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Energy crisis 2022: Impact on business and practical steps you can take

By Grace Melville
16th March 2022

The current energy crisis has resulted in a dramatic, never before seen, increase to the wholesale price of gas and electricity. 

At the time of writing natural gas wholesale prices were between 400%-800% higher than March last year (Source OEM) – a clear indication of the extreme volatility of the energy market in times of crisis. 

The ability to control energy costs and secure energy independence is now of critical importance and as legislation comes in for strategic divergence away from fossil fuels, organisations who act now will future proof their business operations against further energy shocks in the years ahead. 

What caused the current energy crisis?

The energy market is complex and each country has its own dependencies on gas and electricity based on a multitude of factors. We have a nervous retail supply industry which is at the mercy of national and international events that cause uncertainty. Ultimately it’s that uncertainty that causes the volatility in the energy market. 

COVID and subsequent lockdowns reduced overall demand for energy but commodity base load costs are now up 283% from March 2021 (Source OEM) as life swings back into normal. Due to decisions to reduce gas storage, countries like the UK depleted existing reserves in 2020-2021 and have since been scrambling to secure gas as energy demand increased post lockdown. 

The Russian invasion of Ukraine has exacerbated the crisis as distressing global events tend to impact energy and stock markets due to the uncertainty caused. Russia threatened to switch off the gas supply; causing more market volatility and higher prices. The UK doesn’t procure much Russian gas and oil however the European reluctance to use Russian fossil fuels has meant more countries are now competing for the same non-Russian sources. 

How are businesses being affected?

The impact of the energy crisis has already seen many smaller UK energy suppliers go under, this is due to being unable to produce enough credit to cover the increased wholesale costs. The cost of heating homes and maintaining buildings has increased but the impact of this energy crisis won’t just be confined to rising energy bills; financial strain and operational uncertainty is mounting for heavy industry, factories and farmers.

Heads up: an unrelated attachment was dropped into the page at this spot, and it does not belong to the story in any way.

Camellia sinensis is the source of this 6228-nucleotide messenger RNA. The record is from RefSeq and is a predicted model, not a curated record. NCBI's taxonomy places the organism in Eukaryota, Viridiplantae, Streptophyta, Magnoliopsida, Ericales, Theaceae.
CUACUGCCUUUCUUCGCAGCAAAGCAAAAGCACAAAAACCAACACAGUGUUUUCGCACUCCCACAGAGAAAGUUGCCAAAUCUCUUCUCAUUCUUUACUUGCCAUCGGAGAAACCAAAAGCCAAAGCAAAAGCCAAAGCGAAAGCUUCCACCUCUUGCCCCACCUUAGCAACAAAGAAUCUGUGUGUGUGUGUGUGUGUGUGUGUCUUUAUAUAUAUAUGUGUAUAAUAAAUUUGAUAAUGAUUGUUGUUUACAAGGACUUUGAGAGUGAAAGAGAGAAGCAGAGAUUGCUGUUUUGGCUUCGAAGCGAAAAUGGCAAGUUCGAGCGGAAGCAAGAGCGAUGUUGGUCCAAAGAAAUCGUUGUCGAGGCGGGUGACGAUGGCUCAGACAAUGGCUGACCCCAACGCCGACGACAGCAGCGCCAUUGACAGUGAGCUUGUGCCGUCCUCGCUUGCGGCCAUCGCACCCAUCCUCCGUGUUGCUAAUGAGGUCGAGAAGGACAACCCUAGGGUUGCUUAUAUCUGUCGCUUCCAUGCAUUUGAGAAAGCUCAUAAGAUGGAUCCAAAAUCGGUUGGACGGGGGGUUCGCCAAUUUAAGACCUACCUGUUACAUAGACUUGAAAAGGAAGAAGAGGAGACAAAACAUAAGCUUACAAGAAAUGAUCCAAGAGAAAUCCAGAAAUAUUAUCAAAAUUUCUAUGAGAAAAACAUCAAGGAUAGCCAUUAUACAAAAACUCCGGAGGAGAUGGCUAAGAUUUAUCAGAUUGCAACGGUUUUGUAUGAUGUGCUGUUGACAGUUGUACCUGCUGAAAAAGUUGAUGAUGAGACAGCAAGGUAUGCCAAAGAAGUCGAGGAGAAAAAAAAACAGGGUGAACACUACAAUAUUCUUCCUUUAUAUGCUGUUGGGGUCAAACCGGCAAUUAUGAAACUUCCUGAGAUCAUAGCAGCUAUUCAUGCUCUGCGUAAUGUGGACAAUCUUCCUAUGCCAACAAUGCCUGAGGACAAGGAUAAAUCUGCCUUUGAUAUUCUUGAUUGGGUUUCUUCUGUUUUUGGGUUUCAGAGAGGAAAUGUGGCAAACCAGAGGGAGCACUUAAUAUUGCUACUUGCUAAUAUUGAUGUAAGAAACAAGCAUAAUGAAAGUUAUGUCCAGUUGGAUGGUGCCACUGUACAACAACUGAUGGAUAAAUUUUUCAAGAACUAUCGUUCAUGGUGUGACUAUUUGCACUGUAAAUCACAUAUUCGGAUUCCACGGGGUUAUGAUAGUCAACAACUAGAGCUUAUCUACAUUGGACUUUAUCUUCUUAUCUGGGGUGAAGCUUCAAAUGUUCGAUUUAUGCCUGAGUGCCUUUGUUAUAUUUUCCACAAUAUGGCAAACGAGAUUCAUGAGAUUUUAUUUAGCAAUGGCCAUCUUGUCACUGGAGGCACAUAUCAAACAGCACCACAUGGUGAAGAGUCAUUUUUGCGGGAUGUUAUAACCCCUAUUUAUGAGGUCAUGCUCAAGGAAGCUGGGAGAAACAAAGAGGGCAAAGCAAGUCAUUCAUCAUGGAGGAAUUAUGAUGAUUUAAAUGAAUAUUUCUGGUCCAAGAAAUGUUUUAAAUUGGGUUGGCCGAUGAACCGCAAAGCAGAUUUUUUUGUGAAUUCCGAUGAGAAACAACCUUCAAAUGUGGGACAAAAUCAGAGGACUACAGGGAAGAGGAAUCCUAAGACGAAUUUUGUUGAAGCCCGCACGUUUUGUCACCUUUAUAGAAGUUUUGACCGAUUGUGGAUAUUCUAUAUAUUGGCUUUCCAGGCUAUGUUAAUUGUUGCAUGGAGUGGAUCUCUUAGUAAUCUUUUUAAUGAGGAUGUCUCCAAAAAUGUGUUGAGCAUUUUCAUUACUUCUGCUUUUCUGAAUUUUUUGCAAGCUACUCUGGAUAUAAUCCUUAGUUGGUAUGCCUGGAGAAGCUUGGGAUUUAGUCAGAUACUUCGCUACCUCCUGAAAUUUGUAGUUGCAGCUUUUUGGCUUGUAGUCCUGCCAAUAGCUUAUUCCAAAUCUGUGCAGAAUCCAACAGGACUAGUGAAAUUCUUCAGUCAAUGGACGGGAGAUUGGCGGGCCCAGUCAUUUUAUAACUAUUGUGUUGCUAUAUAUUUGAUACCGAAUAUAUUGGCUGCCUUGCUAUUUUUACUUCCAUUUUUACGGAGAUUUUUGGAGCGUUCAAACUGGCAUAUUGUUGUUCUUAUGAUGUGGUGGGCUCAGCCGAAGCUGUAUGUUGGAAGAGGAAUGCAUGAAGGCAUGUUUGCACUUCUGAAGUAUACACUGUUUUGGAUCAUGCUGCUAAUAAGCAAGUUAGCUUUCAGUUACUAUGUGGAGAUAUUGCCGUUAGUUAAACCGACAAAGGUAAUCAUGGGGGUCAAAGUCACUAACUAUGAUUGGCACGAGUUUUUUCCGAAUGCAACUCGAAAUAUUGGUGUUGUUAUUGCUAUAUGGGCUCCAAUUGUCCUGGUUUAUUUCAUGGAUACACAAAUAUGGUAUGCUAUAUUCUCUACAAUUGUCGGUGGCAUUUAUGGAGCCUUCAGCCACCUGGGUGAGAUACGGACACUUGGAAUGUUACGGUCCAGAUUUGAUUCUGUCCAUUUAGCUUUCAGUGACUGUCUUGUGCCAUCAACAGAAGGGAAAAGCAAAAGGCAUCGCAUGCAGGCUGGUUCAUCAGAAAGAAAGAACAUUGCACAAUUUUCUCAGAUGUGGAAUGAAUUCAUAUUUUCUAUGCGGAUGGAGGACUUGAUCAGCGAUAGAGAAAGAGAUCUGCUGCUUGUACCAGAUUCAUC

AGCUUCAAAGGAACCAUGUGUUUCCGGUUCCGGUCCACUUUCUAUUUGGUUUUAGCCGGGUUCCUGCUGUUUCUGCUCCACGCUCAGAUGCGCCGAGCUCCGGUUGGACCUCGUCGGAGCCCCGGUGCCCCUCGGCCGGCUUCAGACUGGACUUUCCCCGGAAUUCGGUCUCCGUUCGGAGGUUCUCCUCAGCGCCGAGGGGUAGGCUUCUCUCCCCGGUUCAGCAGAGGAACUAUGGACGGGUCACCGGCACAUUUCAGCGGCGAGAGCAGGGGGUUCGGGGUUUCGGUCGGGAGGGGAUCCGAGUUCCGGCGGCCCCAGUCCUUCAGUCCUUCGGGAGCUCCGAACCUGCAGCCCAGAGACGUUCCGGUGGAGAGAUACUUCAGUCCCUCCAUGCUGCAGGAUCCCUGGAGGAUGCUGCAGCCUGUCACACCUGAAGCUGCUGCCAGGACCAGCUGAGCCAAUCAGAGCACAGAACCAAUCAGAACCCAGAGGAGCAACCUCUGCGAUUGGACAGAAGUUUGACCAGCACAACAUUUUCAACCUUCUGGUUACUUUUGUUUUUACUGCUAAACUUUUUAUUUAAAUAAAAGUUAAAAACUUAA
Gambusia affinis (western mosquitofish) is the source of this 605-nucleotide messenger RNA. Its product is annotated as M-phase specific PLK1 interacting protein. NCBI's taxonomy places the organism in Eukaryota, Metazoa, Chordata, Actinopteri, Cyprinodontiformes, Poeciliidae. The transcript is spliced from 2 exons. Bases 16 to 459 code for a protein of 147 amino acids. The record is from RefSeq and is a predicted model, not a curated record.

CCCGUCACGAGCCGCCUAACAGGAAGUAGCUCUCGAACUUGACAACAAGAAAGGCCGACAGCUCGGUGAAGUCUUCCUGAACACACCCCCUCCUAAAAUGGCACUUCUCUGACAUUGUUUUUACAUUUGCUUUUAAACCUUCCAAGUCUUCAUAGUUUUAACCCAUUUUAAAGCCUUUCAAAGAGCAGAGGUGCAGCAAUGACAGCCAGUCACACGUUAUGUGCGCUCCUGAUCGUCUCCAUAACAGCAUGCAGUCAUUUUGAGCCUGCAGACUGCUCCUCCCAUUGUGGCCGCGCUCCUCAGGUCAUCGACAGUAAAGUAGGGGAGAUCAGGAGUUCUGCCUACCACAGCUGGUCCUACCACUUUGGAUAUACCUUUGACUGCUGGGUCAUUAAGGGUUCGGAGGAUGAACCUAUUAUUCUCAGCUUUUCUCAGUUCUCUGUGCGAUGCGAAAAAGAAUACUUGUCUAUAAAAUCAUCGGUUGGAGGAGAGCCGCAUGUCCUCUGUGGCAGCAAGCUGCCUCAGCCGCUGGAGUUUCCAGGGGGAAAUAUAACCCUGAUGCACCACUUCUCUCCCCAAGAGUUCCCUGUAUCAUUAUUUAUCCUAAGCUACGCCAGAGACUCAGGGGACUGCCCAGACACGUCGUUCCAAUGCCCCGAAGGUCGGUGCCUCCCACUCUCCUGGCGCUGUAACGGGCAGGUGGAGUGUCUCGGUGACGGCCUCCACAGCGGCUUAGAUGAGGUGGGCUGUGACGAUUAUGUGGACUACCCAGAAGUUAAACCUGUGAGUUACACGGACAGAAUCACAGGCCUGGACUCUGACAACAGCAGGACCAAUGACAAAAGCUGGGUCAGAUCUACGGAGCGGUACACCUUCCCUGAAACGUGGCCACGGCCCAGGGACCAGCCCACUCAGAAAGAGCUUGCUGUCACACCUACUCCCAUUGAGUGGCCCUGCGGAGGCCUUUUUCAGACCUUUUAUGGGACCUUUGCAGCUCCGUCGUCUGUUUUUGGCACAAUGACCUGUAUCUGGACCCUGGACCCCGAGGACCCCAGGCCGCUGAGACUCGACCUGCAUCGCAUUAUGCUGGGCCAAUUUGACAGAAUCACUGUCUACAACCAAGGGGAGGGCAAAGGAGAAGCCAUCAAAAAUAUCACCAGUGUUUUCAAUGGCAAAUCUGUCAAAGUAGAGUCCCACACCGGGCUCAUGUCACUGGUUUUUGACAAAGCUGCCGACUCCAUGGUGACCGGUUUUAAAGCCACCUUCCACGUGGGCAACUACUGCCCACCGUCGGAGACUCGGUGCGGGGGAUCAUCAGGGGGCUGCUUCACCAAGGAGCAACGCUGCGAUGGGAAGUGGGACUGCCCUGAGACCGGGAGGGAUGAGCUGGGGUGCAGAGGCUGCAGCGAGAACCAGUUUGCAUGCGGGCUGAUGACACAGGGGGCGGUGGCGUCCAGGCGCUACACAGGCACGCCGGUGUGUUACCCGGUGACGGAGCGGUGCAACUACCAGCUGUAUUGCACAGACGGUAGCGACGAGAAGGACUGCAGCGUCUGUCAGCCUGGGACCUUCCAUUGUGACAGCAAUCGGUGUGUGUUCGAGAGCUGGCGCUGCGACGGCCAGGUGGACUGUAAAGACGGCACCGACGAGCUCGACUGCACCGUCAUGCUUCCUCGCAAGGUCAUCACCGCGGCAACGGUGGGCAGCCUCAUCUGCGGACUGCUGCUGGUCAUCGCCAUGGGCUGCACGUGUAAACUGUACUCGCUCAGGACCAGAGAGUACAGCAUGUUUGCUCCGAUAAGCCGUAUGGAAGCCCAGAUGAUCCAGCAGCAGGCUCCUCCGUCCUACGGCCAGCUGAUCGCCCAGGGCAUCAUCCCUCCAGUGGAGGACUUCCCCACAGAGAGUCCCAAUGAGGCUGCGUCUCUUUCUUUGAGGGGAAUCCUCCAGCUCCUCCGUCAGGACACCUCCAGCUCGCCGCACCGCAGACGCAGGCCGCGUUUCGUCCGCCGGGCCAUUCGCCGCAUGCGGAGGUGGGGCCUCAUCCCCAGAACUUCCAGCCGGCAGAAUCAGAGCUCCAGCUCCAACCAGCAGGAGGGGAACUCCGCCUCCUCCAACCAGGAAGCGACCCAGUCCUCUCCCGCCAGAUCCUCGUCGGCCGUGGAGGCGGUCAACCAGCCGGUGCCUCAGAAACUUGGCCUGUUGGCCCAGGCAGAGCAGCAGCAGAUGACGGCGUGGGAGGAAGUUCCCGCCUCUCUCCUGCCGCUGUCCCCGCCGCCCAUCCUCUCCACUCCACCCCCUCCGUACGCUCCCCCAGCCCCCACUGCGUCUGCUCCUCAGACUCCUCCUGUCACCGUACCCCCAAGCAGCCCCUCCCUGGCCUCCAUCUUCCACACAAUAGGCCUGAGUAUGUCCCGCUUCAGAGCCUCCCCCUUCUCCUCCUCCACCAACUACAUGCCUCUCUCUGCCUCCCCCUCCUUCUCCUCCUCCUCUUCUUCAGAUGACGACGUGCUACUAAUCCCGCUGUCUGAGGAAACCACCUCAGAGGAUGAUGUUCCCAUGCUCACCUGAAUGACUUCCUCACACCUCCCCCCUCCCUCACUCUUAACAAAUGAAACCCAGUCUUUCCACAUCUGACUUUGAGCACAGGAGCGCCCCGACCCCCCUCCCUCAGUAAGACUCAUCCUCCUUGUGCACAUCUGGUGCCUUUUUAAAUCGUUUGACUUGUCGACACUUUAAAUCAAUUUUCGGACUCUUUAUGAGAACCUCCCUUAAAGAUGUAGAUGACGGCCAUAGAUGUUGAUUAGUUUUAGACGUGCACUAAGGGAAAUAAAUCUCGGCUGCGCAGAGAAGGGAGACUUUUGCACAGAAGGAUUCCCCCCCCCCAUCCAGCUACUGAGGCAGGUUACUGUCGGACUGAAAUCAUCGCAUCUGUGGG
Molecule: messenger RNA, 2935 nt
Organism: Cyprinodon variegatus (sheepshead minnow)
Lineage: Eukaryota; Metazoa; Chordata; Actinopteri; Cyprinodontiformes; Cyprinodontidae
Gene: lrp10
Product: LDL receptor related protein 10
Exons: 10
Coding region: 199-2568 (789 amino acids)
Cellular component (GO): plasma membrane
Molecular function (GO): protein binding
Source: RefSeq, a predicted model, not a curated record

Overheads are higher than they have ever been and those operating in energy intensive, industrial companies are facing increasing operational difficulties and inability to price effectively. How much does a car cost if the cost to make that car increases dramatically? Any increase in the cost of production squeezes profit margins and affects the bottom line.

Energy intensive buildings with high service charges will become unattractive and harder to let

For asset managers, building owners and tenants, operating costs have soared. Like in any crisis – existing issues and problems are amplified. An inefficient building is now a very expensive building – with the energy bills to prove it. As corporate tenants look to reduce their own overhead costs, energy intensive buildings with high service charges will become unattractive and harder to let. Lease agreements could be at risk of not being renewed and without rent coming in, yields will decrease. 

What action can businesses take?

Improving the energy performance of your buildings and operations should now be of paramount importance. We’ve seen how volatile the energy market can be, and even though prices will come back down, future events and the impacts of climate change will cause prices to spike again. 

Building optimisation is the quickest intervention a business can take to soften the blow of future energy shocks.

Asset level intervention and having a clear view insight into energy hotspots across a portfolio will strategically inform your disposal and retrofit strategy as well as avoid energy costs and save carbon through making immediate, necessary operational changes. Building optimisation is the quickest intervention a business can take to soften the blow of future energy shocks. 

Smart buildings will play an essential role in not only ensuring your buildings run efficiently but also in improving the quality and comfort of a building within the tenant engagement programme, improving occupier wellbeing. Smart buildings can extend the life of plant and equipment, saving cost and embodied carbon from replacements. They can support more targeted capital expenditure within the building, to invest in plant and equipment which meets the requirements of the building rather than being oversized, costly and inefficient.


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Our experts can identify, reduce current energy usage, spend and carbon and by ongoing monitoring can quickly spot and eliminate any future energy and building operational issues. Contact our team today.